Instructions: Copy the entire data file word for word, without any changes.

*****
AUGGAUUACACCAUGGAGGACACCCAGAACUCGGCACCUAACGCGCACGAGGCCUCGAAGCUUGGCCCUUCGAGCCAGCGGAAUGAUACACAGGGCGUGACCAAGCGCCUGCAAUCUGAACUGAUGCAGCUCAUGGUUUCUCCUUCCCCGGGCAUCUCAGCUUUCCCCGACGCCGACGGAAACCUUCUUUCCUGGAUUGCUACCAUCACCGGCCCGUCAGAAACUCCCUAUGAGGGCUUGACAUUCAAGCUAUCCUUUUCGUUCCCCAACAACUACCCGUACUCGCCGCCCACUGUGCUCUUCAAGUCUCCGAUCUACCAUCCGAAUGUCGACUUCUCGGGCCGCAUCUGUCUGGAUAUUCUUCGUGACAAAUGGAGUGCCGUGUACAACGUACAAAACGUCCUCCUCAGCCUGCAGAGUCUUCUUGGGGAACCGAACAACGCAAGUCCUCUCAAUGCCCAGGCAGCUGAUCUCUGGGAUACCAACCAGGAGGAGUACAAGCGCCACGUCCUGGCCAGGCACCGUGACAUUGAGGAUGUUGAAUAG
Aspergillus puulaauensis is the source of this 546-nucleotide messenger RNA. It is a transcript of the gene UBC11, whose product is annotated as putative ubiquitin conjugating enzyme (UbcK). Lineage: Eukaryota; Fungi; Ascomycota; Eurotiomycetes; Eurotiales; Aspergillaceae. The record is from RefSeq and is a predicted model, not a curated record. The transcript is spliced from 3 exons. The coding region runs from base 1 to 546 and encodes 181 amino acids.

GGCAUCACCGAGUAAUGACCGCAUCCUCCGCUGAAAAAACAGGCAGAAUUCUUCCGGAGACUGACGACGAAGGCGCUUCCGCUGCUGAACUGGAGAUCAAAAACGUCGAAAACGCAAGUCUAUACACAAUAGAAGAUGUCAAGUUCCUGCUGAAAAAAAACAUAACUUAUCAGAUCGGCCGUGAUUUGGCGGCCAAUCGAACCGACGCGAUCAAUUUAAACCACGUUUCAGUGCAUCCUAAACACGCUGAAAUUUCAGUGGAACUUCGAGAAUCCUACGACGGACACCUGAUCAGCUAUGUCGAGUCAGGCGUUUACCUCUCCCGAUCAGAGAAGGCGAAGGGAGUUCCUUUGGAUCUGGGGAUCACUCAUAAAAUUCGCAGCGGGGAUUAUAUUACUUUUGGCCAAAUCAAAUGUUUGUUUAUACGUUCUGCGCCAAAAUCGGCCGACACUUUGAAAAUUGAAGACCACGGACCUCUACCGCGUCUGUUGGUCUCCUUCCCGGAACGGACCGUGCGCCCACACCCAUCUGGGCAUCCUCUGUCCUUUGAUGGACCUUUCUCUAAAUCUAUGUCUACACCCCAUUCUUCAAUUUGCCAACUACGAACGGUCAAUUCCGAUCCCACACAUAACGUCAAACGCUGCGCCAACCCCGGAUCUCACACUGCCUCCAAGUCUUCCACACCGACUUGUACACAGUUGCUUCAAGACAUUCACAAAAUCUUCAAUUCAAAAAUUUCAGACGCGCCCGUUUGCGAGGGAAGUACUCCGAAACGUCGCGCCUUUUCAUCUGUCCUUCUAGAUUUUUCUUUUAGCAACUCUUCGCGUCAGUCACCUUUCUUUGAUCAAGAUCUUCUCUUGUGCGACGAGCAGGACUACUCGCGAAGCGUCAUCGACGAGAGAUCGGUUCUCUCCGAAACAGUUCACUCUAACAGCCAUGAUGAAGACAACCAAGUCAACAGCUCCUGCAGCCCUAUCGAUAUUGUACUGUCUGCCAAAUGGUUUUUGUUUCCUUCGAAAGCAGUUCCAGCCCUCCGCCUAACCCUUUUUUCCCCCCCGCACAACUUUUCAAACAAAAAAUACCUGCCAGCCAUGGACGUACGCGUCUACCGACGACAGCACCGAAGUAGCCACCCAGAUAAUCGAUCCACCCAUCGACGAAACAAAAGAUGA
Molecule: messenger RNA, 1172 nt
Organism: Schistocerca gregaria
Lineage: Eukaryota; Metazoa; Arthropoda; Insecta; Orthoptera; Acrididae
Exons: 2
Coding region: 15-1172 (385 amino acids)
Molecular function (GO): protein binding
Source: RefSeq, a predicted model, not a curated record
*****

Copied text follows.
AUGGAUUACACCAUGGAGGACACCCAGAACUCGGCACCUAACGCGCACGAGGCCUCGAAGCUUGGCCCUUCGAGCCAGCGGAAUGAUACACAGGGCGUGACCAAGCGCCUGCAAUCUGAACUGAUGCAGCUCAUGGUUUCUCCUUCCCCGGGCAUCUCAGCUUUCCCCGACGCCGACGGAAACCUUCUUUCCUGGAUUGCUACCAUCACCGGCCCGUCAGAAACUCCCUAUGAGGGCUUGACAUUCAAGCUAUCCUUUUCGUUCCCCAACAACUACCCGUACUCGCCGCCCACUGUGCUCUUCAAGUCUCCGAUCUACCAUCCGAAUGUCGACUUCUCGGGCCGCAUCUGUCUGGAUAUUCUUCGUGACAAAUGGAGUGCCGUGUACAACGUACAAAACGUCCUCCUCAGCCUGCAGAGUCUUCUUGGGGAACCGAACAACGCAAGUCCUCUCAAUGCCCAGGCAGCUGAUCUCUGGGAUACCAACCAGGAGGAGUACAAGCGCCACGUCCUGGCCAGGCACCGUGACAUUGAGGAUGUUGAAUAG
Aspergillus puulaauensis is the source of this 546-nucleotide messenger RNA. It is a transcript of the gene UBC11, whose product is annotated as putative ubiquitin conjugating enzyme (UbcK). Lineage: Eukaryota; Fungi; Ascomycota; Eurotiomycetes; Eurotiales; Aspergillaceae. The record is from RefSeq and is a predicted model, not a curated record. The transcript is spliced from 3 exons. The coding region runs from base 1 to 546 and encodes 181 amino acids.

GGCAUCACCGAGUAAUGACCGCAUCCUCCGCUGAAAAAACAGGCAGAAUUCUUCCGGAGACUGACGACGAAGGCGCUUCCGCUGCUGAACUGGAGAUCAAAAACGUCGAAAACGCAAGUCUAUACACAAUAGAAGAUGUCAAGUUCCUGCUGAAAAAAAACAUAACUUAUCAGAUCGGCCGUGAUUUGGCGGCCAAUCGAACCGACGCGAUCAAUUUAAACCACGUUUCAGUGCAUCCUAAACACGCUGAAAUUUCAGUGGAACUUCGAGAAUCCUACGACGGACACCUGAUCAGCUAUGUCGAGUCAGGCGUUUACCUCUCCCGAUCAGAGAAGGCGAAGGGAGUUCCUUUGGAUCUGGGGAUCACUCAUAAAAUUCGCAGCGGGGAUUAUAUUACUUUUGGCCAAAUCAAAUGUUUGUUUAUACGUUCUGCGCCAAAAUCGGCCGACACUUUGAAAAUUGAAGACCACGGACCUCUACCGCGUCUGUUGGUCUCCUUCCCGGAACGGACCGUGCGCCCACACCCAUCUGGGCAUCCUCUGUCCUUUGAUGGACCUUUCUCUAAAUCUAUGUCUACACCCCAUUCUUCAAUUUGCCAACUACGAACGGUCAAUUCCGAUCCCACACAUAACGUCAAACGCUGCGCCAACCCCGGAUCUCACACUGCCUCCAAGUCUUCCACACCGACUUGUACACAGUUGCUUCAAGACAUUCACAAAAUCUUCAAUUCAAAAAUUUCAGACGCGCCCGUUUGCGAGGGAAGUACUCCGAAACGUCGCGCCUUUUCAUCUGUCCUUCUAGAUUUUUCUUUUAGCAACUCUUCGCGUCAGUCACCUUUCUUUGAUCAAGAUCUUCUCUUGUGCGACGAGCAGGACUACUCGCGAAGCGUCAUCGACGAGAGAUCGGUUCUCUCCGAAACAGUUCACUCUAACAGCCAUGAUGAAGACAACCAAGUCAACAGCUCCUGCAGCCCUAUCGAUAUUGUACUGUCUGCCAAAUGGUUUUUGUUUCCUUCGAAAGCAGUUCCAGCCCUCCGCCUAACCCUUUUUUCCCCCCCGCACAACUUUUCAAACAAAAAAUACCUGCCAGCCAUGGACGUACGCGUCUACCGACGACAGCACCGAAGUAGCCACCCAGAUAAUCGAUCCACCCAUCGACGAAACAAAAGAUGA
Molecule: messenger RNA, 1172 nt
Organism: Schistocerca gregaria
Lineage: Eukaryota; Metazoa; Arthropoda; Insecta; Orthoptera; Acrididae
Exons: 2
Coding region: 15-1172 (385 amino acids)
Molecular function (GO): protein binding
Source: RefSeq, a predicted model, not a curated record